Bicaval obstruction complicating right atrial tuberculoma:the diagnostic value of Cardiovascular MR
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Cardiac tuberculosis is rare and usually involves the pericardium. Myocardial tuberculoma is a very rare occurrence and only a few cases were reported.
We describe the use of cardiovascular magnetic resonance in the diagnosis of a rare case of cardiac tuberculoma involving the right atrium which was complicated by a bicaval obstruction. The patient made a remarkable improvement with the anti-tuberculous treatment. To our knowledge, this complication has never been reported in relation to cardiac tuberculoma.
KeywordsCardiovascular Magnetic Resonance Inferior Vena Cava Goiter Superior Vena Cava Right Atrium
Tuberculosis can involve a multitude of organ tissues but generally affects the respiratory tract. Involvement of the atria with cardiac tuberculoma is exceptionally rare . We report a case of a bicaval obstruction in a young patient with cardiac tuberculoma.
The case highlights not only the description of a previously unreported complication of cardiac tuberculoma, but also the use of Cardiovascular Magnetic Resonance (CMR) in establishing the diagnosis.
A 25-years old male, previously well, presented with fatigue, sweating, shortness of breath on exertion and weight loss over a 4-months period. During the last two weeks prior to admission he developed atypical chest pain, cough and hemoptysis. There was no relevant past medical history.
Clinical examination was unremarkable apart from right apical bronchial breathing with no signs of superior vena cava (SVC) obstruction. ECG showed incomplete RBBB, sinus tachycardia with left anterior fascicular block. Chest X ray demonstrated right apical infiltration. Both complete blood count & biochemistry profile were normal. Erythrocyte sedimentation rate was 65 and C – reactive protein 58. Sputum culture was positive for acid fast bacilli. Bronchial biopsy showed granulomatous inflammation of bronchial mucosa in keeping with tuberculosis. Protein C & S were normal
A diagnosis of cardiac tuberculoma predominately involving the RA and both SVC and IVC with possible secondary thrombus was made. The patient received anti-tuberculosis as well as anticoagulation therapy and there was remarkable improvement of symptoms. Follow up echocardiography (Figure 1b) and CMR (Figure 3d, e, f) 12 months after the start of therapy showed significant reduction of the mass and partial resolution of the IVC obstruction but the SVC obstruction remains.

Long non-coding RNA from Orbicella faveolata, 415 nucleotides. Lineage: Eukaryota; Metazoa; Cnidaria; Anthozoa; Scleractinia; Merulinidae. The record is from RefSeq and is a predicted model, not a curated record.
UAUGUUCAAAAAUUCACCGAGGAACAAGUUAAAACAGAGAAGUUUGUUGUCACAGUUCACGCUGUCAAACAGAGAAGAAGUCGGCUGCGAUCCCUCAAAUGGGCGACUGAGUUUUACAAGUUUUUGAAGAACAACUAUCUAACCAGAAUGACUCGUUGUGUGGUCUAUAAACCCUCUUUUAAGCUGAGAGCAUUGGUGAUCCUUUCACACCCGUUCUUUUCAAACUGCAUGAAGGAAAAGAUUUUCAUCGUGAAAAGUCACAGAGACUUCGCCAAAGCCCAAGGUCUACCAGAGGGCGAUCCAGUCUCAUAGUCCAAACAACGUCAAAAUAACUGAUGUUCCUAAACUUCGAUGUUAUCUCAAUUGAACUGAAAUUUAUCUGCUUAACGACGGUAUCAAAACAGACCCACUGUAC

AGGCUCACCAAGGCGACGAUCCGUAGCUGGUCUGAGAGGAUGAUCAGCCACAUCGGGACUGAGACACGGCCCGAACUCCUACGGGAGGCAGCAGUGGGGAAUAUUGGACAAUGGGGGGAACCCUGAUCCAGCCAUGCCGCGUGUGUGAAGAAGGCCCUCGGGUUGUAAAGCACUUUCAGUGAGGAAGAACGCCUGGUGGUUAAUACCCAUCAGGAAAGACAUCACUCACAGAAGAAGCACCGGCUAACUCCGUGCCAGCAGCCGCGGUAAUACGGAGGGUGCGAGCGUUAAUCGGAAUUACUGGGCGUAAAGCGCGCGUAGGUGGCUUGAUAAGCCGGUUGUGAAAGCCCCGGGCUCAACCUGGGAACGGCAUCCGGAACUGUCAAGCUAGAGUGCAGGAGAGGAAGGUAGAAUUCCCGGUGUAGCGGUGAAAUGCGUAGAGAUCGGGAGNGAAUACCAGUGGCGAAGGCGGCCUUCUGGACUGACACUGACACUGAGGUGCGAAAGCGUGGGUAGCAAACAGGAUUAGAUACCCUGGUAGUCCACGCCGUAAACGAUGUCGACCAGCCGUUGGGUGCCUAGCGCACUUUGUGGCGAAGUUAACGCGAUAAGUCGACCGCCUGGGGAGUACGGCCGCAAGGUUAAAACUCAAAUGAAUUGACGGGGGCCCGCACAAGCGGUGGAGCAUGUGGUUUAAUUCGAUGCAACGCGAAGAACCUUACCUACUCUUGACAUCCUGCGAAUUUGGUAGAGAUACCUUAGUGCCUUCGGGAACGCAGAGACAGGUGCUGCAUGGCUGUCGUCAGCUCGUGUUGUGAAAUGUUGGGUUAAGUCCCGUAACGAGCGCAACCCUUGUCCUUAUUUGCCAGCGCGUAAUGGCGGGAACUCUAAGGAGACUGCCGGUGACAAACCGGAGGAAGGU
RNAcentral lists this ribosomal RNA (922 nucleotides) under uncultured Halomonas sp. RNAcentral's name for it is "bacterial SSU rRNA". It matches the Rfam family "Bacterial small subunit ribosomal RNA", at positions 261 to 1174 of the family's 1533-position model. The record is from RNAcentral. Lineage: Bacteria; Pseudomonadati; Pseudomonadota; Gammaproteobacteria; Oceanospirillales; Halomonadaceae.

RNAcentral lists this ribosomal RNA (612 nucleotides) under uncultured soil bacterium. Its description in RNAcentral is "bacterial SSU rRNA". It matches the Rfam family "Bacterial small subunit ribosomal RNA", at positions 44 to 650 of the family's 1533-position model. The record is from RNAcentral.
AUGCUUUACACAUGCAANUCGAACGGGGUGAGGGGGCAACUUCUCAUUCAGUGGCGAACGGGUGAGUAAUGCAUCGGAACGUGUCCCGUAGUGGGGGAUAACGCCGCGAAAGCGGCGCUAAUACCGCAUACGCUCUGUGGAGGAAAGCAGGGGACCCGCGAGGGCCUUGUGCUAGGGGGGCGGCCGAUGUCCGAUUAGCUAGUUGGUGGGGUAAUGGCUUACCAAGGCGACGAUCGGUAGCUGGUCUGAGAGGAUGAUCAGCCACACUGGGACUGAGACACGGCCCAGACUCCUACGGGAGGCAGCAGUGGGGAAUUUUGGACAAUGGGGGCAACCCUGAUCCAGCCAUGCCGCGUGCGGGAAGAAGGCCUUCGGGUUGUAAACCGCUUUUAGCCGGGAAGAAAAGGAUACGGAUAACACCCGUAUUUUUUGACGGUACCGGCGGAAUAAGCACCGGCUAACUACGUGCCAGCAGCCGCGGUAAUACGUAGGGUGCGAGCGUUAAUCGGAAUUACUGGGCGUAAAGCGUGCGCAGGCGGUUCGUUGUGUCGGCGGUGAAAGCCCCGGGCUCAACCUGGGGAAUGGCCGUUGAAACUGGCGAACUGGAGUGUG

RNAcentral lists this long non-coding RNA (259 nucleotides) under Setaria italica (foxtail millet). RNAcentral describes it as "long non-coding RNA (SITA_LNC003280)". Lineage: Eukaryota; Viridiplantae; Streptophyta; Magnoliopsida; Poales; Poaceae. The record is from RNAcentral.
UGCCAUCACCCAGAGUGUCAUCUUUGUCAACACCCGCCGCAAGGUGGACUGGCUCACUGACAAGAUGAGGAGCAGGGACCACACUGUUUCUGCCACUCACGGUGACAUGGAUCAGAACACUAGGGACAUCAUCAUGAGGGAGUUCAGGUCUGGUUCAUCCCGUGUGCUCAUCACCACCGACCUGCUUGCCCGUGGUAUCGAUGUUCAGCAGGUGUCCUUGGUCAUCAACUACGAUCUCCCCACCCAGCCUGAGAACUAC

Single or multiple cardiac tuberculomas are rare and most often observed in the right heart chambers, particularly in the RA wall. They are usually well circumscribed and sharply demarcated from the surrounding parenchyma [1, 2]. They may erode the underlying myocardium, resulting in ulcers that in turn cause thrombus formation and subsequent embolism .
To our knowledge, this is the first report of a bicaval obstruction secondary to cardiac tuberculoma. Most cases of superior vena cava obstruction are caused by malignant mediastinal neoplasms, especially bronchogenic carcinoma and less frequently by a non-malignant lesion such as mediastinal tuberculosis or goiter . Walker et al reported a case of an acute bicaval obstruction as a result of intracapsular haemorrhage in a right atrial myxoma .
This case showed an unusual cardiac complication of tuberculosis not only involving the RA but also causing an obstruction of both superior and inferior vena cava. CMR played an important role in the initial diagnosis and the follow up of this patient.
Written informed consent was obtained from the patient for publication of this case report and accompanying images. A copy of the written consent is available for review by the Editor-in-chief of this journal.
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